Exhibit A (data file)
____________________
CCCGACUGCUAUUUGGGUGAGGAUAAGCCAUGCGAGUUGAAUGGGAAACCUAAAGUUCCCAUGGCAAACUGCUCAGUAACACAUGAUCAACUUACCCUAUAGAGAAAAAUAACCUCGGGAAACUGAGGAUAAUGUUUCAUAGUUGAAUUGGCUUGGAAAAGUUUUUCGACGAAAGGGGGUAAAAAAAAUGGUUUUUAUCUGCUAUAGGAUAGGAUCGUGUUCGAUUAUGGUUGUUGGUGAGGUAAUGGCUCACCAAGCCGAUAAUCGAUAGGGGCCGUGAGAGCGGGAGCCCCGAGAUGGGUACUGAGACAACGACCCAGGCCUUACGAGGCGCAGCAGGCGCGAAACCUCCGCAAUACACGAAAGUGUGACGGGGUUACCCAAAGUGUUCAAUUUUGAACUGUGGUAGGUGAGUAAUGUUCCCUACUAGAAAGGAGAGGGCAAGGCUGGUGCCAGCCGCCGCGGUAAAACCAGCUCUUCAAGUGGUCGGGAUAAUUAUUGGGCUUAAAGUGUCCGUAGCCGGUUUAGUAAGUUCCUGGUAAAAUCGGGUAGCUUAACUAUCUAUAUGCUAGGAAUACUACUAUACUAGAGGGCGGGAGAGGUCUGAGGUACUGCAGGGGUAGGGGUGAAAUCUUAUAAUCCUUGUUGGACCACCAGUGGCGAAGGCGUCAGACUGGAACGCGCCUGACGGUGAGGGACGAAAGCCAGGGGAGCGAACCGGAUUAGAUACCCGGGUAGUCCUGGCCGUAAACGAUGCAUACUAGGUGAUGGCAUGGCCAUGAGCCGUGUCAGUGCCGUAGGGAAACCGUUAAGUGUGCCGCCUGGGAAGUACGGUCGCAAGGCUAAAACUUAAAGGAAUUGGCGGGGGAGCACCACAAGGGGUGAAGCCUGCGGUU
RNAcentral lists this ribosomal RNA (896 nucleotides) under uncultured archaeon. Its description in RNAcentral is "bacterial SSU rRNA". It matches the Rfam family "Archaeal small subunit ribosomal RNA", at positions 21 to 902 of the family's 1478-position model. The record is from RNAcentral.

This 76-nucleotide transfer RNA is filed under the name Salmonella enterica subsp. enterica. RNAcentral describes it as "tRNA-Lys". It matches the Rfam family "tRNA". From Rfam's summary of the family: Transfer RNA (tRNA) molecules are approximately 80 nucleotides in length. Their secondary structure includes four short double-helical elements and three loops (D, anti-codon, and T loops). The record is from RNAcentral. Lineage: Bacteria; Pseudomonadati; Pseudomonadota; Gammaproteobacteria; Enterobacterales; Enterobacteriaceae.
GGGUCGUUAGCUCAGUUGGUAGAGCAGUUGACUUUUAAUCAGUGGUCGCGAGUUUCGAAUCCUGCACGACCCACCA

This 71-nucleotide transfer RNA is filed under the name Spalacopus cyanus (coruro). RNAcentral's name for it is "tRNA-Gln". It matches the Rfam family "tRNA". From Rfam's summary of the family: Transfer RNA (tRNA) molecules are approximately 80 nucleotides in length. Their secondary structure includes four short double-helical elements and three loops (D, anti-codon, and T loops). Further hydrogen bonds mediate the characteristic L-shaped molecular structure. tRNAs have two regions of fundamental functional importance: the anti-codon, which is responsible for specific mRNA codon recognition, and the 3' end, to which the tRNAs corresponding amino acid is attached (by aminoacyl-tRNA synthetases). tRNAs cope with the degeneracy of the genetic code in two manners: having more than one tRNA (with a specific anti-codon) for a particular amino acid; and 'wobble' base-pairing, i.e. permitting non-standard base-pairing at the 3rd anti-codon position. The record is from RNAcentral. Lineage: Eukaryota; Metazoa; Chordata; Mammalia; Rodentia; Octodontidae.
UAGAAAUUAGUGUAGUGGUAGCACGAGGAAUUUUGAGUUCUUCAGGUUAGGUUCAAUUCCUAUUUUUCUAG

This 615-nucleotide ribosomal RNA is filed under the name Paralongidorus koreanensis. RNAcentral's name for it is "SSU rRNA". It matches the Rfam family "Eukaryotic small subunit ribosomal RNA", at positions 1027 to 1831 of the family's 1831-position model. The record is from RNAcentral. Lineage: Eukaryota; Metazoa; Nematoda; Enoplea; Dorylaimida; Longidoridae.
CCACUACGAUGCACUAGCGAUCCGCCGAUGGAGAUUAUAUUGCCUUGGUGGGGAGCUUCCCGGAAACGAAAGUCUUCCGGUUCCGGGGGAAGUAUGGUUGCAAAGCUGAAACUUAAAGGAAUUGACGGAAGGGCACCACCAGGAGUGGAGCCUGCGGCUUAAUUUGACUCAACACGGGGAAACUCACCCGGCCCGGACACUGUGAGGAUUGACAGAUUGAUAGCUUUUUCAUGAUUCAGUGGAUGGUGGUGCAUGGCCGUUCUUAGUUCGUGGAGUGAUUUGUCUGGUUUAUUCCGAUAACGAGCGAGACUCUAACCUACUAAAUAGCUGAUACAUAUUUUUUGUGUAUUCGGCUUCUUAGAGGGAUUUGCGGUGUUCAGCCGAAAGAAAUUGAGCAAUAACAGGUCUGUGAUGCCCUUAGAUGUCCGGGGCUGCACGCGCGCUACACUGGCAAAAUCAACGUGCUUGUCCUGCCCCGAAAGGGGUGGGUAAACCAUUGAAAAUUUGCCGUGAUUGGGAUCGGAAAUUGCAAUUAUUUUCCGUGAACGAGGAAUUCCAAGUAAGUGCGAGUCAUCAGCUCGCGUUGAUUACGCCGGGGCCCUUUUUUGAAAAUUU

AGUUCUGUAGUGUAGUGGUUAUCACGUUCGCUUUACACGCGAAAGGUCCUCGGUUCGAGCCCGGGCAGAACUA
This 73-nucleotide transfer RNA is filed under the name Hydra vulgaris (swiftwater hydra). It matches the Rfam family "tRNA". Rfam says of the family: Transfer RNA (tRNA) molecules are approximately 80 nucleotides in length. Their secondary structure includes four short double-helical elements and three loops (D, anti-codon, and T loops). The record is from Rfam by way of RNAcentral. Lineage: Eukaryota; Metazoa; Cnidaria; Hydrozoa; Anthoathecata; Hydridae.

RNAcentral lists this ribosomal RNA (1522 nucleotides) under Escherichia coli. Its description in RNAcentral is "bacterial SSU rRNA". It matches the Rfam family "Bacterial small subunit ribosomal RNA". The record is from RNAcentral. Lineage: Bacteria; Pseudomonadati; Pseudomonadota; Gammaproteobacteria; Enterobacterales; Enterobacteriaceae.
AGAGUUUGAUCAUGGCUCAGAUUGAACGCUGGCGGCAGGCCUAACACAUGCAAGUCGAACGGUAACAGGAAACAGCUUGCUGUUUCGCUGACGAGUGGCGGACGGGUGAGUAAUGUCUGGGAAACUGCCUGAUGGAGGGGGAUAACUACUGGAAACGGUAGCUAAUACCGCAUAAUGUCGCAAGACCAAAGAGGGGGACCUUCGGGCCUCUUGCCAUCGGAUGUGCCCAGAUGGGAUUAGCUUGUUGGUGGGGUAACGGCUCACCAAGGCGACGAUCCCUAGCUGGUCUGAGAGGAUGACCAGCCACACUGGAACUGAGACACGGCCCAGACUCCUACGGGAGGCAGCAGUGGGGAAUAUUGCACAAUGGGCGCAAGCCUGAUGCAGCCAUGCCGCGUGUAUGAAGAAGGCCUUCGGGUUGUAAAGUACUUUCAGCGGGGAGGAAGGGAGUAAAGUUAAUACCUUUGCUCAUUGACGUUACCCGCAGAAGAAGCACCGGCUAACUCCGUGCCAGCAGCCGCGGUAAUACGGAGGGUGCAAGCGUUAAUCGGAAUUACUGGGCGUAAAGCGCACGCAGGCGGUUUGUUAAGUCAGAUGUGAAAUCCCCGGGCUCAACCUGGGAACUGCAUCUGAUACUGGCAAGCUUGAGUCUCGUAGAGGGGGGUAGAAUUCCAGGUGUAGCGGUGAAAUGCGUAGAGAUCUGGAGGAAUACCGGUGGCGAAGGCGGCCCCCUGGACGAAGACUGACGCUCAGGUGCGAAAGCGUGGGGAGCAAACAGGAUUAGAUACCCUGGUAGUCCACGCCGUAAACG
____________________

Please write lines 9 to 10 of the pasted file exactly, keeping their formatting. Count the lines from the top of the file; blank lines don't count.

AGUUCUGUAGUGUAGUGGUUAUCACGUUCGCUUUACACGCGAAAGGUCCUCGGUUCGAGCCCGGGCAGAACUA
This 73-nucleotide transfer RNA is filed under the name Hydra vulgaris (swiftwater hydra). It matches the Rfam family "tRNA". Rfam says of the family: Transfer RNA (tRNA) molecules are approximately 80 nucleotides in length. Their secondary structure includes four short double-helical elements and three loops (D, anti-codon, and T loops). The record is from Rfam by way of RNAcentral. Lineage: Eukaryota; Metazoa; Cnidaria; Hydrozoa; Anthoathecata; Hydridae.